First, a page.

July 30, 2015 By Shameer KS

The Bloody Cost of Placating Collective Conscience


Yaqoob Memon, days after uncertainty over whether he would (should) be executed or not, was hanged in Nagpur Prison in today morning. For a few days, a petition signed by activists, lawyers, politicians, writers, filmmakers etc. requiring the President to show mercy for Memon, has clogged the limelight. A curative petition filed by Memon, which was the last legal remedy to avoid execution, was summarily rejected by the Supreme Court, thereby not voiding the rejection by the President of India of the mercy petition filed by his brother on his behalf last year.

Yaqoob was arrested in connection with a series of 13 explosions resulting in the death of 257 people and injuries to 713 others. There was criticism from several quarters, including that of film actor Salman Khan, regarding the phony nature of Memon’s implication in the case and regarding the passing of responsibility from the shoulder of his brother Tiger Memon, an accused in the case, to his. There are other arguments, including that of former R&AW officer, B Raman, who played a major role in the case, about not considering the mitigating circumstances that would have avoided the hanging.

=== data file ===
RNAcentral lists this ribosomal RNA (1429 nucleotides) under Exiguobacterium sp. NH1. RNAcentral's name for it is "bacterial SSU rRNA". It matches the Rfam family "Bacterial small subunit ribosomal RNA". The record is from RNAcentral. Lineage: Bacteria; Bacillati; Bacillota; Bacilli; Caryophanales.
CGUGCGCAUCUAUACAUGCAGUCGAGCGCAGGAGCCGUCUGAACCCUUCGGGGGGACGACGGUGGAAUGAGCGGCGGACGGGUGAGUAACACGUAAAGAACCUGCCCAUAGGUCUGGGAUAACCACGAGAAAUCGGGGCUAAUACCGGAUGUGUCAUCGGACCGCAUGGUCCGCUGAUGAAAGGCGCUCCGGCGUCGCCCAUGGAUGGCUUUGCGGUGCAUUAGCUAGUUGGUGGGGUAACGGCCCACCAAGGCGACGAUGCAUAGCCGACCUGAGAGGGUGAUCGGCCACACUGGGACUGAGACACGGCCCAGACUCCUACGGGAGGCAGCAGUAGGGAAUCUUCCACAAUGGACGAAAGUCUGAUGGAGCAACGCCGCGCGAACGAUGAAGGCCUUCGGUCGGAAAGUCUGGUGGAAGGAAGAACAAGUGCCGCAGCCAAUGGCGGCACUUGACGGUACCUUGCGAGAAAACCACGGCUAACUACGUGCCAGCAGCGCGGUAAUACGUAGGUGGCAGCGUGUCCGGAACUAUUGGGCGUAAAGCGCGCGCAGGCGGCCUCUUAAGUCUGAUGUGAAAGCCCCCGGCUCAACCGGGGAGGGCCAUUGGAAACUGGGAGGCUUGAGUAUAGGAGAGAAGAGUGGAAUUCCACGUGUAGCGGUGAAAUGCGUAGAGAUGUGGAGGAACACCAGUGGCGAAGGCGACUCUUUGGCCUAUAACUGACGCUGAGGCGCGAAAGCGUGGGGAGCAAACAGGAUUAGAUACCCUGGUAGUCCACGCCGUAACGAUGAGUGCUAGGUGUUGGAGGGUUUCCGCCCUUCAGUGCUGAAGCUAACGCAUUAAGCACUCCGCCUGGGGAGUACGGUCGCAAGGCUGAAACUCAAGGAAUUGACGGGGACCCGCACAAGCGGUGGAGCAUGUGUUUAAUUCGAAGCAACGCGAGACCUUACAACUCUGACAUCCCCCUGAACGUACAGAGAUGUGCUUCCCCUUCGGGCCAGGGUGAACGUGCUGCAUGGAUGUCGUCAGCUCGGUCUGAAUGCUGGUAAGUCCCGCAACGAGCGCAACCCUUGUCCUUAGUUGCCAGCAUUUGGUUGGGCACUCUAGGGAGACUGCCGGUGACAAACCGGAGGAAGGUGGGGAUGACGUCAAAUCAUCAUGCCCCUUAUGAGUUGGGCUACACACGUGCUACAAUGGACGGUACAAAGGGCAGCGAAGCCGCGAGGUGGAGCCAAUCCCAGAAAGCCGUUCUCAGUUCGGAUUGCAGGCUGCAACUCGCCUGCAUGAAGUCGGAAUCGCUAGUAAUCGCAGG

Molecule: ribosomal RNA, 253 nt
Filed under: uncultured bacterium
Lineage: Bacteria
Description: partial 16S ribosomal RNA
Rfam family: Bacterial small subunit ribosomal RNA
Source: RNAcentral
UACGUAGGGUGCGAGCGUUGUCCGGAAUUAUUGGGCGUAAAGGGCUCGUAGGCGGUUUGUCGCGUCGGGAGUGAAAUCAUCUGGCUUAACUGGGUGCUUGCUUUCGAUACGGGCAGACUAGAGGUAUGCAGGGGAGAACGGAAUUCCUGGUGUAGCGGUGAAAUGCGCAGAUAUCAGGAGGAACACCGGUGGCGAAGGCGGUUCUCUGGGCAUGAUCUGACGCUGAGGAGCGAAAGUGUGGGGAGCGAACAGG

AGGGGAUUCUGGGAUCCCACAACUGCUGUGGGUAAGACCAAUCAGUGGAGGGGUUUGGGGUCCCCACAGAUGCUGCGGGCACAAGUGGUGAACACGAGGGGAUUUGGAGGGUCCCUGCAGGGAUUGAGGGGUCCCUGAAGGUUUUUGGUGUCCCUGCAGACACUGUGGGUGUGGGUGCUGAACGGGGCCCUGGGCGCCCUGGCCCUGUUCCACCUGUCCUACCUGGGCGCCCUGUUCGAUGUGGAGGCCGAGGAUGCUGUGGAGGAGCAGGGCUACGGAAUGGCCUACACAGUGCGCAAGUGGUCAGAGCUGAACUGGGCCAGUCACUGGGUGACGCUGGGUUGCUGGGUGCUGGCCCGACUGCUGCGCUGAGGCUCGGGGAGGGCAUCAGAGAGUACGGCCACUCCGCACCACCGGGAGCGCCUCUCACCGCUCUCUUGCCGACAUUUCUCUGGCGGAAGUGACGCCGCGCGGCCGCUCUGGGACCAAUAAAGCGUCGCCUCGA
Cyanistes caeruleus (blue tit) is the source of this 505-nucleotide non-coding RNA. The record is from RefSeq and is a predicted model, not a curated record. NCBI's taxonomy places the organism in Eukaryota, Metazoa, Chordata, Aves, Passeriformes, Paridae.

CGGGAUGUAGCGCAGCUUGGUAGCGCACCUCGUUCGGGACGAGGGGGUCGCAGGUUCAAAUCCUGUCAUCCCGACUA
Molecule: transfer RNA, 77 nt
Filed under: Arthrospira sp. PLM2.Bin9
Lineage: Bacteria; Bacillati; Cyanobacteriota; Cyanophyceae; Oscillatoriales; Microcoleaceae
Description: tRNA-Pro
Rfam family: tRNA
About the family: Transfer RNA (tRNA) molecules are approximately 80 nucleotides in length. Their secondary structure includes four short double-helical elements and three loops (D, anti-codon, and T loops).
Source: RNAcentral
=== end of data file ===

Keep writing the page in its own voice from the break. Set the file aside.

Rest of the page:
As regards all terrorism cases in India, including the one which led to the execution of Afzal Guru in 2013, there have been a plethora of media trails in the case which precluded people from going into the gaps of the police version of his arrest and culpability. The trails were by and large influenced by fictionalized accounts of Mumabi blast, against whose grain the counter arguments including those of Hussain Zaidi’s Black Friday – The True Story of the Bombay Bomb Blasts as well as Anurag Kahyap’s film adaptation of the book are suppressed and unheard.

Media trails, as well as propaganda by the state machinery, which want to sweep uncertainties, skepticism and doubts regarding the case under the carpet of a high-profile execution have set a false consciousness glamorously identified as collective conscience in the public space. It is to placate this false consciousness that Yaqoob Memon was executed just as Afzal Guru had been two years ago.


Posted in: Articles